Much of the plain glass and most, if not all, of the coloured glass used in England during the medieval period was imported from the continent and therefore prohibitively expensive for widespread domestic use. By the late medieval period and into the 17th century, windows became more sophisticated with wooden tracery, moulded mullions and deep projecting cills. As glass was no longer quite as expensive it started to be used for ordinary domestic buildings.

In historic buildings, windows, and the depths of their frames, give the elevation of the building it’s character.

Often windows in historical buildings are single glazed and a common way to retain heat in a historic building is to change the glazing of the building to double glazing. However, this often means changing the depth and width of the frame and thus impacting the charm of the building.

What are the alternatives to double glazing?

There are several manufacturers who provide alternatives to thick double glazing.

Pilkington Spacia consists of an outer pane of low-emissivity glass and an inner pane of clear float, with a vacuum rather than air or another gas in between. The result is better thermal performance from a unit only fractionally as thick as a standard one.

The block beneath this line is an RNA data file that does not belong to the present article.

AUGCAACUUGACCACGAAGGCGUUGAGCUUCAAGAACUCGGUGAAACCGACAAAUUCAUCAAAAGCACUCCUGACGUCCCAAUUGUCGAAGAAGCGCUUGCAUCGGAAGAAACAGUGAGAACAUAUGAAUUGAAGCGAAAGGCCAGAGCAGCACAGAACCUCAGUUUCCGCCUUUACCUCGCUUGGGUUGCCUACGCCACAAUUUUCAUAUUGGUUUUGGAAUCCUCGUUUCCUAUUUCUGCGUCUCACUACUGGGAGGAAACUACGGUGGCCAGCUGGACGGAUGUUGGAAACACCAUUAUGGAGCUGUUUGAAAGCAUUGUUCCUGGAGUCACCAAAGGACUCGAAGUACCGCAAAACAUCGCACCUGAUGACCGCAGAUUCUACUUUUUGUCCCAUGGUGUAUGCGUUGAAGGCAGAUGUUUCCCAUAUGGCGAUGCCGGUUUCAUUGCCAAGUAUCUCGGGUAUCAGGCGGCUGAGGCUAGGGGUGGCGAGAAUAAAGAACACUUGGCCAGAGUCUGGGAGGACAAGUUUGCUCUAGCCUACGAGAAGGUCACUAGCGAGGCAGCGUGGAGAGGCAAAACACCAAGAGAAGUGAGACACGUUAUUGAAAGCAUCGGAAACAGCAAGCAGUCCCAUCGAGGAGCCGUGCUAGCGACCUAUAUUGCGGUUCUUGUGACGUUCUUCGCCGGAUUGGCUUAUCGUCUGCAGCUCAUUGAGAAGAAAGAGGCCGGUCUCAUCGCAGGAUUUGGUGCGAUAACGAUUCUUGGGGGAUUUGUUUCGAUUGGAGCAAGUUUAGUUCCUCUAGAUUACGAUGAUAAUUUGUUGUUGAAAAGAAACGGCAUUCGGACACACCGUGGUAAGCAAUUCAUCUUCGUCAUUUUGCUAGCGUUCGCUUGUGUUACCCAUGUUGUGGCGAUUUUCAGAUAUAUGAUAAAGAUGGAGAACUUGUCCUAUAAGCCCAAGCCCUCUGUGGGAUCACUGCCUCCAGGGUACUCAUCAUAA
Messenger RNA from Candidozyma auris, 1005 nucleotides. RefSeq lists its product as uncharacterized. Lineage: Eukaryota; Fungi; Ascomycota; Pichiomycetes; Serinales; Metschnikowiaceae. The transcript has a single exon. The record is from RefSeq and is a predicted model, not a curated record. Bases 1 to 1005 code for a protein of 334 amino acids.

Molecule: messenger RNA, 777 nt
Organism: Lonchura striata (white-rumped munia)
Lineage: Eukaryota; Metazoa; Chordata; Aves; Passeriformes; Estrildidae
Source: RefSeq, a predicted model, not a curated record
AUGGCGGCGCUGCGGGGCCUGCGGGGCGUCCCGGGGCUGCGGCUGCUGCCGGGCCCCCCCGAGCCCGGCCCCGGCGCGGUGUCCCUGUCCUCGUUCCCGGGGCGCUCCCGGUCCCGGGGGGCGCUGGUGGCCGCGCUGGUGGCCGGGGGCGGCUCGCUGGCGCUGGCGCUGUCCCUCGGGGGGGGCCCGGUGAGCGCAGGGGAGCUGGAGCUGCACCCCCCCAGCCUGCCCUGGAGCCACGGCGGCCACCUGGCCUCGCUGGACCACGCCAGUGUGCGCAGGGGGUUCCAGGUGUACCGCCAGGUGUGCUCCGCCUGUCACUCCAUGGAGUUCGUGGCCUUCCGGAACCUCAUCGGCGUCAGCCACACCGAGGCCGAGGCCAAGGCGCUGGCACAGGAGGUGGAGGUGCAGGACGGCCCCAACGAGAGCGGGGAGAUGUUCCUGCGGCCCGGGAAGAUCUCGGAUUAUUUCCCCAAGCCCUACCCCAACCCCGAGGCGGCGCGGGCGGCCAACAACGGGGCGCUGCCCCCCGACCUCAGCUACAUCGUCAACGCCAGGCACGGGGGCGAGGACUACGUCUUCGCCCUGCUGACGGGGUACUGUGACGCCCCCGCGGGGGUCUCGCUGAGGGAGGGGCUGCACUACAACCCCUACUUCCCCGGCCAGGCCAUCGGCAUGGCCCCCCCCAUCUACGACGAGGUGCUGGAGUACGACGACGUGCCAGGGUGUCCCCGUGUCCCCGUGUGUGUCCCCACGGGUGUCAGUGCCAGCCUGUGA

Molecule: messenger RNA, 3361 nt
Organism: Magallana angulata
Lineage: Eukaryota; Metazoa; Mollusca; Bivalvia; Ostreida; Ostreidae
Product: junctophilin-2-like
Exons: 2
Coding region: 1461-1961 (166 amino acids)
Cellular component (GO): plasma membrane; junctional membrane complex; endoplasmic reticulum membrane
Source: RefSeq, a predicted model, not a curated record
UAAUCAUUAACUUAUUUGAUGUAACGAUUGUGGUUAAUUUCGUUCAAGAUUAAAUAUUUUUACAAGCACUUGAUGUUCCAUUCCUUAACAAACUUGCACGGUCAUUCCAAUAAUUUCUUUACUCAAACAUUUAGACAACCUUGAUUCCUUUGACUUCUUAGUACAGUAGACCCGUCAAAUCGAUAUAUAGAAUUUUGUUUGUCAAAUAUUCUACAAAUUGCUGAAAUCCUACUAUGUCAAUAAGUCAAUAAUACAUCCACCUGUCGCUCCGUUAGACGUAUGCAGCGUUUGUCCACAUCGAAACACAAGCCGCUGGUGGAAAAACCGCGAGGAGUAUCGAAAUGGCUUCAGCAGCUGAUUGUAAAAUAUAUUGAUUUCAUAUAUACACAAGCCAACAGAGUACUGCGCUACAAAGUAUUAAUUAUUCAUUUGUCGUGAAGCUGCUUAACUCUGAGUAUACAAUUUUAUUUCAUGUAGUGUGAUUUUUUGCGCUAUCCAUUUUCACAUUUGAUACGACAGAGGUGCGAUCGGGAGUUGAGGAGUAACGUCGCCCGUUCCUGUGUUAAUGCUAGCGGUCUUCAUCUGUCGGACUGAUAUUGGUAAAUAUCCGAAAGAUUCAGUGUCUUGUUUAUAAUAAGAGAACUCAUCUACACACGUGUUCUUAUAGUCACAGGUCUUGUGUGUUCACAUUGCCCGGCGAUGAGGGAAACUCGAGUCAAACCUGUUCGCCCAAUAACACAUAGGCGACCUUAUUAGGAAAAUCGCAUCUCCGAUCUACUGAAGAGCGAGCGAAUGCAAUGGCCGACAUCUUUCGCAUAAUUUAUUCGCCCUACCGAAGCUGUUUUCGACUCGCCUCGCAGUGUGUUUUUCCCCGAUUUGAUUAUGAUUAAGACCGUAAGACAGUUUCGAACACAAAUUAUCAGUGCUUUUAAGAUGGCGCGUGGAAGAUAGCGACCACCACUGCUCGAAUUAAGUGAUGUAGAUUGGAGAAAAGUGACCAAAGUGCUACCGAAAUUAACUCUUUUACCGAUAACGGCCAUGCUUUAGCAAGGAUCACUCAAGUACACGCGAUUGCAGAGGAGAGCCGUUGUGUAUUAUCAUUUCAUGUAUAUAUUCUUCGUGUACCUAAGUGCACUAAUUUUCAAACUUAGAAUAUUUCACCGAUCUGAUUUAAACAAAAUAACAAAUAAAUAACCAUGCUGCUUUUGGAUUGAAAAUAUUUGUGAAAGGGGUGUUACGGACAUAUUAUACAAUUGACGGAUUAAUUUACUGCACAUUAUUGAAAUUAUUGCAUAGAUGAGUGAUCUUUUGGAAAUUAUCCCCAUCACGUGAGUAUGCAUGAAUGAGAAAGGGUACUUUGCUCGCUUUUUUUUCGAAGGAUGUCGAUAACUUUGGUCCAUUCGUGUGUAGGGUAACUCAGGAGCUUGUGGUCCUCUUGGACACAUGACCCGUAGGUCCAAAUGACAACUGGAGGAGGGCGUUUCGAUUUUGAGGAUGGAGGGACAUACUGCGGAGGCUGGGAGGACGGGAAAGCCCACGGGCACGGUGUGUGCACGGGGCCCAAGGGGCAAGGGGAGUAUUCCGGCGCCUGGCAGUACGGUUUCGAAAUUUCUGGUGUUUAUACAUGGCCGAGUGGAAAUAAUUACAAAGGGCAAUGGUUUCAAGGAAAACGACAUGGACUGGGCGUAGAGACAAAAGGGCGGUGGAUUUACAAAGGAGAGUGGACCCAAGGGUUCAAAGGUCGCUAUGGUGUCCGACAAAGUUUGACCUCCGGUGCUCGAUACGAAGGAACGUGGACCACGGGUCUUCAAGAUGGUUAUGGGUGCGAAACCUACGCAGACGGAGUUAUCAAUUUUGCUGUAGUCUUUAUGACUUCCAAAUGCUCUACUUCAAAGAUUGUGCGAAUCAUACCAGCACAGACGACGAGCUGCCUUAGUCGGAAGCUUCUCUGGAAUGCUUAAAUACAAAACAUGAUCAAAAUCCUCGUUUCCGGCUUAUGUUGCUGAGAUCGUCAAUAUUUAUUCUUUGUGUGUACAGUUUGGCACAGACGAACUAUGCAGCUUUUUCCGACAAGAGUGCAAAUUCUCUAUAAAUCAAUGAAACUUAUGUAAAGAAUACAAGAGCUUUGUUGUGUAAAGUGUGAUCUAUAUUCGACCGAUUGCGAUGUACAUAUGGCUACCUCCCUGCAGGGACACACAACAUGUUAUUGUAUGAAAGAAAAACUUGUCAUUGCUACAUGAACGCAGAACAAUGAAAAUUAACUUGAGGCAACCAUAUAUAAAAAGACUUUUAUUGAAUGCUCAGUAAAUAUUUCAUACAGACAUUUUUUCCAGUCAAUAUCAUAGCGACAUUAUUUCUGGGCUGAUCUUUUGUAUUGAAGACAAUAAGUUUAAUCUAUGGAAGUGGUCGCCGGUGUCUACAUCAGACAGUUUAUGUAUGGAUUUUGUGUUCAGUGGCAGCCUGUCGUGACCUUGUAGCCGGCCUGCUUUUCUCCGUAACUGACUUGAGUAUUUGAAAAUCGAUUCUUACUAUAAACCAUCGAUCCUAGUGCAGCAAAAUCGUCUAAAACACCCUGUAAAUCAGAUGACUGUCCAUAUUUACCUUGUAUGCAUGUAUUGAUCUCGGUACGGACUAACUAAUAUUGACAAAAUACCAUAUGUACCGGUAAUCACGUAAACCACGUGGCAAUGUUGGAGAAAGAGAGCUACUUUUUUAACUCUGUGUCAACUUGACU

Slimlite units are constructed with a clear outer self cleaning pane with a selected cavity of 3mm to 10mm, the wider cavity increases the insulation, with selected cavity insulating inert gas, which only performs in smaller cavities, an inner pane of 3mm or 4mm Low Emissivity glass.The emissivity coating is on the inside face into the cavity and reflects the long wave radiation or heat back into the room. The warm edge technology perimeter spacer incorporated, ensures insignificant differential insulation value between edge and centre glass.

 

Designing your house to keep cool this summer